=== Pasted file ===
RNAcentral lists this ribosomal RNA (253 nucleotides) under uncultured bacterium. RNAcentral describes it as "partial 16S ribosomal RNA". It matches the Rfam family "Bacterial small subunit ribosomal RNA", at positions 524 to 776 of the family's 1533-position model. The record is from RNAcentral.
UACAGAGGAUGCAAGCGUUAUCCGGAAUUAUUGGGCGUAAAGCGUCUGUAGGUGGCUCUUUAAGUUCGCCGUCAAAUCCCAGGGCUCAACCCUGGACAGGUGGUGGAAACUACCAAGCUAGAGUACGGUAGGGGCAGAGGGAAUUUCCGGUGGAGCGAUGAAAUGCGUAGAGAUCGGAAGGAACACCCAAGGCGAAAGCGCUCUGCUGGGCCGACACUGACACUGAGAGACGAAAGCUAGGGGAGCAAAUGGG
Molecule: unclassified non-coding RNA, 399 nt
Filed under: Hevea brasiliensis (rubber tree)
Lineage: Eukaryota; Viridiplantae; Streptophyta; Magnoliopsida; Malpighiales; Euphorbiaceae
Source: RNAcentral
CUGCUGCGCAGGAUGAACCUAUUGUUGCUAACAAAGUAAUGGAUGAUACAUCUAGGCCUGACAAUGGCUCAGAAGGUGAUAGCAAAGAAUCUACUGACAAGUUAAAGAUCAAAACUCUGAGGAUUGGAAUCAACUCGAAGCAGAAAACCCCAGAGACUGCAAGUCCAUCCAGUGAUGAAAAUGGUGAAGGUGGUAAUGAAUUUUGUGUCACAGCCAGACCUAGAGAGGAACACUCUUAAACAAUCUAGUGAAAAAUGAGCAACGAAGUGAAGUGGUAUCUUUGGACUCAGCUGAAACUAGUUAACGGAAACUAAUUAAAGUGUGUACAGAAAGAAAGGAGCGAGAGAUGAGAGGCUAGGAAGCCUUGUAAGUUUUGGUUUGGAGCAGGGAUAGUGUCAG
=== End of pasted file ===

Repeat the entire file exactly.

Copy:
RNAcentral lists this ribosomal RNA (253 nucleotides) under uncultured bacterium. RNAcentral describes it as "partial 16S ribosomal RNA". It matches the Rfam family "Bacterial small subunit ribosomal RNA", at positions 524 to 776 of the family's 1533-position model. The record is from RNAcentral.
UACAGAGGAUGCAAGCGUUAUCCGGAAUUAUUGGGCGUAAAGCGUCUGUAGGUGGCUCUUUAAGUUCGCCGUCAAAUCCCAGGGCUCAACCCUGGACAGGUGGUGGAAACUACCAAGCUAGAGUACGGUAGGGGCAGAGGGAAUUUCCGGUGGAGCGAUGAAAUGCGUAGAGAUCGGAAGGAACACCCAAGGCGAAAGCGCUCUGCUGGGCCGACACUGACACUGAGAGACGAAAGCUAGGGGAGCAAAUGGG
Molecule: unclassified non-coding RNA, 399 nt
Filed under: Hevea brasiliensis (rubber tree)
Lineage: Eukaryota; Viridiplantae; Streptophyta; Magnoliopsida; Malpighiales; Euphorbiaceae
Source: RNAcentral
CUGCUGCGCAGGAUGAACCUAUUGUUGCUAACAAAGUAAUGGAUGAUACAUCUAGGCCUGACAAUGGCUCAGAAGGUGAUAGCAAAGAAUCUACUGACAAGUUAAAGAUCAAAACUCUGAGGAUUGGAAUCAACUCGAAGCAGAAAACCCCAGAGACUGCAAGUCCAUCCAGUGAUGAAAAUGGUGAAGGUGGUAAUGAAUUUUGUGUCACAGCCAGACCUAGAGAGGAACACUCUUAAACAAUCUAGUGAAAAAUGAGCAACGAAGUGAAGUGGUAUCUUUGGACUCAGCUGAAACUAGUUAACGGAAACUAAUUAAAGUGUGUACAGAAAGAAAGGAGCGAGAGAUGAGAGGCUAGGAAGCCUUGUAAGUUUUGGUUUGGAGCAGGGAUAGUGUCAG